e-Portfolio setup suggestion in MOOCs

Well, it seems that despite potential flaws, the MOOC hype has turned into a MOOC domination: they are certainly here to stay. One could account for a lot of problems – we are still amidst the initial phase of the emerging trend – yet one thing remains an absolute fact: productivity and collaboration in academia were never at its highest.

Personally I am enrolled in a lot of MOOCs, in a variety of platforms. For each and everyone of them I need to watch the videos, come up with notes, do my readings and then of course manage my homework.

Multiple choice tests are not the sole method of evaluating a MOOC although they seem to be quite objective and leave less room for debate. The infamous peer-feedback of the flipped classroom educational practice has amassed plenty of critique and painful reaction among MOOC students. Still, I am not going to enter that debate. Imagine, at this point, the amounts of written text produced as homework for all the MOOC classes. Imagine what it would be like to receive feedback from more than 1-5 peers, even outside their platform.

Since the cloud-based technology is offering huge advantages to education, one should come up with portfolios based on the cloud and in synch with all devices and platforms – thus promoting peer feedback and collaboration in real time from virtually everywhere. As a MOOC supporter I would like my homework from online courses to be effectively stored and shared – yet by all means copyright-protected –  so as to promote knowledge and exchange of ideas. Coursera and other leading MOOC providers should think of an integrated e-portfolio

that would allow the student to save his/her work at one place and make it easily shareable with the rest of the world (not downloadable though). On the plus side, any academic institution or company interested in a CV’s continuing education sector could glimpse the works of potential candidates and deem their overall productivity  in one place.

To avoid any misunderstanding, not only humanities offer written assignments as homework. An e-portfolio could hold a Python program, a gamification scenario, a social science experiment report, etc.

Any thoughts?

 

 

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4 comments on “e-Portfolio setup suggestion in MOOCs

  1. Hi Rozoua, which e-portfolio tools are you familiar with? Our institution has signed up with Mahara, but it’s a free tool and doesn’t need institutional affiliation – it seems very promising. But I don’t think the tool matters so much as the concept – I think MOOCs would do well to encourage people to create their own documentation of learning – the personal blog is excellent of course, but so are various portfolio and wiki tools that you can select what to make sharable and what to keep private, and I think that’s the strength of the concept
    But apart from the documentation and reflection on personal learning, I’m interested to think more about the matters of peer learning and peer assessment – so much to say and no time to say it, have to rush off to a class, but just noticed your post here via Linkedin and thought I’d say g’day 🙂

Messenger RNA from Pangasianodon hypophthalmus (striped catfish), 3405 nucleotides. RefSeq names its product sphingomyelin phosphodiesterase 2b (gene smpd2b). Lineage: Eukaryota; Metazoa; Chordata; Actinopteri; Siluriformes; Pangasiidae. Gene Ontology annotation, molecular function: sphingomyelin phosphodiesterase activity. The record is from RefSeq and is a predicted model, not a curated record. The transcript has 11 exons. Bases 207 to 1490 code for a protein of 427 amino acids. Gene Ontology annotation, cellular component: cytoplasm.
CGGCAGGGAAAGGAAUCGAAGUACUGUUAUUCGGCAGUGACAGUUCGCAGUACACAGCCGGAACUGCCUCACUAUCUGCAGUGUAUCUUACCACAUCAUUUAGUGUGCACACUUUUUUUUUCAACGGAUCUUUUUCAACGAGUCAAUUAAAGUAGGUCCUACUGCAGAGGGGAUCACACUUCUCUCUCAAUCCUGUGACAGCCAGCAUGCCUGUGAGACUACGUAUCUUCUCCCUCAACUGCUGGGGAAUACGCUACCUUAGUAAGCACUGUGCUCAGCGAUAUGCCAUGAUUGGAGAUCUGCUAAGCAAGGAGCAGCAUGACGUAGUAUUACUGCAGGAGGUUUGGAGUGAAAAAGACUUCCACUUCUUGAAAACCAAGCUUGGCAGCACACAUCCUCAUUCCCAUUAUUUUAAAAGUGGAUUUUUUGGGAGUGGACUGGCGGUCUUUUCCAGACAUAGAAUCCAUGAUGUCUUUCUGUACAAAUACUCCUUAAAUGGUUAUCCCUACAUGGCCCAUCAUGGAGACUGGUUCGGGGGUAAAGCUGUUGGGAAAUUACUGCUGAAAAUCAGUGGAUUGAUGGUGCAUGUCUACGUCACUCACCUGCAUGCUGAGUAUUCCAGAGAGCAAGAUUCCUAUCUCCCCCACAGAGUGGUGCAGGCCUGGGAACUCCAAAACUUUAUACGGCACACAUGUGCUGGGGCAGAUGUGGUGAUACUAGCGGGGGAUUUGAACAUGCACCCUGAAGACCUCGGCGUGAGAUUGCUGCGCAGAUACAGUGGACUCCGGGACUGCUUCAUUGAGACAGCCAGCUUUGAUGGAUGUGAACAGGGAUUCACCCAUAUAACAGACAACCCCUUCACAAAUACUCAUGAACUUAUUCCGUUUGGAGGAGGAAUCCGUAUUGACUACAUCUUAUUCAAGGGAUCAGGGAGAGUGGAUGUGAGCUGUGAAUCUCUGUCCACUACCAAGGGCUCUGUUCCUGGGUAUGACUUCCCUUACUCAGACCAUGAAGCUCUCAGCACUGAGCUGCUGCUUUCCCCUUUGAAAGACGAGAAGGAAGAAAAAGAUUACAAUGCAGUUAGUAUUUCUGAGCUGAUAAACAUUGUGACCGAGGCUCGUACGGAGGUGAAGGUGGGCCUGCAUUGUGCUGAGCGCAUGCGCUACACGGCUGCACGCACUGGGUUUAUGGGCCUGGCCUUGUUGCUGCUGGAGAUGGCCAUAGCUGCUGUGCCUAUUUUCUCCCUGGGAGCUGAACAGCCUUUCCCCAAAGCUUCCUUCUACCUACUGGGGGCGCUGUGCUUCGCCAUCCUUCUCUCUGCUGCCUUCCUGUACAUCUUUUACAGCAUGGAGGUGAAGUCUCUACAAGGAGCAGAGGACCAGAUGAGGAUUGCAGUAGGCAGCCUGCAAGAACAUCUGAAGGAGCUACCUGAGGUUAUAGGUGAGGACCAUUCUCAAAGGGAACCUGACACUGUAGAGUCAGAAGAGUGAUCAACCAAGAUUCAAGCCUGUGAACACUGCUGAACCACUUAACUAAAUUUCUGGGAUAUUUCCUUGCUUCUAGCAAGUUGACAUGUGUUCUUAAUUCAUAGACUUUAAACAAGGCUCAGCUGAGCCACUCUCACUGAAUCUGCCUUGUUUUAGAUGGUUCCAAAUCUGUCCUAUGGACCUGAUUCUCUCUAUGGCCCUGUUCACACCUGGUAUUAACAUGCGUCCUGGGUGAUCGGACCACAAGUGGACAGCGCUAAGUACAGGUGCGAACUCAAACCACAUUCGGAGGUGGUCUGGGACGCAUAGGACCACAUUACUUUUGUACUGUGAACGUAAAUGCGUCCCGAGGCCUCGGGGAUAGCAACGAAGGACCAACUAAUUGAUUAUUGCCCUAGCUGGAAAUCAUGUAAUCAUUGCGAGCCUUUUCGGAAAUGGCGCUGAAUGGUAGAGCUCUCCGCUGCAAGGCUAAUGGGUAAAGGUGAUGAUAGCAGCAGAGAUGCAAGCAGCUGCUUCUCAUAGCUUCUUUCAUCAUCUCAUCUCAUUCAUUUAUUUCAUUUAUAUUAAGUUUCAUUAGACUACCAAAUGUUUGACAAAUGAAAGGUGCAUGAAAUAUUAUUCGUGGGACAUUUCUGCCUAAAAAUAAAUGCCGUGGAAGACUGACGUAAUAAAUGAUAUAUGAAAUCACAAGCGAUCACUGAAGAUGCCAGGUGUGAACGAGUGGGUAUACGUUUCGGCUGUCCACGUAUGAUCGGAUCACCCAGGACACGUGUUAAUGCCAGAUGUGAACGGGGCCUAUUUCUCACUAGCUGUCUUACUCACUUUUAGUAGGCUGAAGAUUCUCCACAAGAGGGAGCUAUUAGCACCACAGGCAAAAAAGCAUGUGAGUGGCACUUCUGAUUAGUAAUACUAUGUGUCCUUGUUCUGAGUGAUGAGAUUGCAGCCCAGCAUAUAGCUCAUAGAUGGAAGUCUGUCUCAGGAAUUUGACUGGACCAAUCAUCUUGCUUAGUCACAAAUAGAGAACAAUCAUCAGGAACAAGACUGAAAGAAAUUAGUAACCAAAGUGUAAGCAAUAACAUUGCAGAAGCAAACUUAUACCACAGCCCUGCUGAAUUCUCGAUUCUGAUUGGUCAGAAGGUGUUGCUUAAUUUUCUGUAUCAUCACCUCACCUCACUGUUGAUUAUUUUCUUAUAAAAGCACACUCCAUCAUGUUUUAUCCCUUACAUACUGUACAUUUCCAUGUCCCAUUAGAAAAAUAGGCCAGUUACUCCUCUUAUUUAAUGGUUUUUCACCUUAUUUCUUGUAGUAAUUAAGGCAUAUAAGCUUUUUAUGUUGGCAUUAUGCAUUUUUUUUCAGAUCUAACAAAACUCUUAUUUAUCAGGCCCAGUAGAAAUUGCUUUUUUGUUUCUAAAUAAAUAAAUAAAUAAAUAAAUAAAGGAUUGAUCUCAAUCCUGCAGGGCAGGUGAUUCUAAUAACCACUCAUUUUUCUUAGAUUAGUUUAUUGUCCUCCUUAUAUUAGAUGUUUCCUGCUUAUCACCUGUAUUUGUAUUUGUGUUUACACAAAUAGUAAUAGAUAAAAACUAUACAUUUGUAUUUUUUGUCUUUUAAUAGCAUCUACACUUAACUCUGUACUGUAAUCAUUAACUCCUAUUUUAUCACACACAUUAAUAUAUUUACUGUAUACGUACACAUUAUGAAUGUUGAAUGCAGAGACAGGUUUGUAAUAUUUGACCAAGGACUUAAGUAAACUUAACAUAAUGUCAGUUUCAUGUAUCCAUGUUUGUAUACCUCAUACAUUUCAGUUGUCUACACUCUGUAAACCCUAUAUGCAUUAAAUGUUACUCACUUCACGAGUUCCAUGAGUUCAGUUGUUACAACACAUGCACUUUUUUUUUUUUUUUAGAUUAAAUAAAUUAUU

• Thank you so much for your feedback. I am currently using Accredible and I am keeping this blog,
      so I like the idea of personal documentation. But a CV would be more presentable with a valid continuing education
      url as part of a MOOC paltform, don’t you think? Implementing those wiki tools you suggest is all I am saying, make them able to be integrated in MOOC profiles.
      Peer assessment hahahaha, well that calls for a debate!!!!

      Have a nice day!!!!!

      • it sure does… next publication I think!
        is Accredible the new one just launched recently? I think I browsed when I saw the note in G community, but haven’t had time to go back yet.. how easy or otherwise are you finding that one? and how easy or otherwise would it be to fake credentials in it? Obviously it’s the talk you talk around it in an interview that matters, but I was wondering about that the other day… I am interested in your research too, as I’ve just rejigged my PhD-in-progress a bit to accommodate a chapter on MOOCdom rather than just the subsection I had going on before…. too much to say now I’ve done some!

  2. I was really satisfied with Accredible because all I wanted basically was a space to upload my written work and certificates in a presentable portfolio. I was pleasantly surprised with their focus on note taking and screenshots of various moments in your work; also they encourage you to upload a youtube video with a personal review of what a particular course has offered you. Can one avoid plagiarism or stolen work? Well I don’t know but the same goes for all kinds of academia work, doesn’t it?
    Uploading a ceritificate with your name on it seems to me the biggest proof.

    I ve been having a hard time finding a MOOC on German language teaching, which is my thesis research interest – only found one in Spain. Guess I ll have to pull one on my own as an experiment. Therefore I ve observed and participated in many MOOCs myself.

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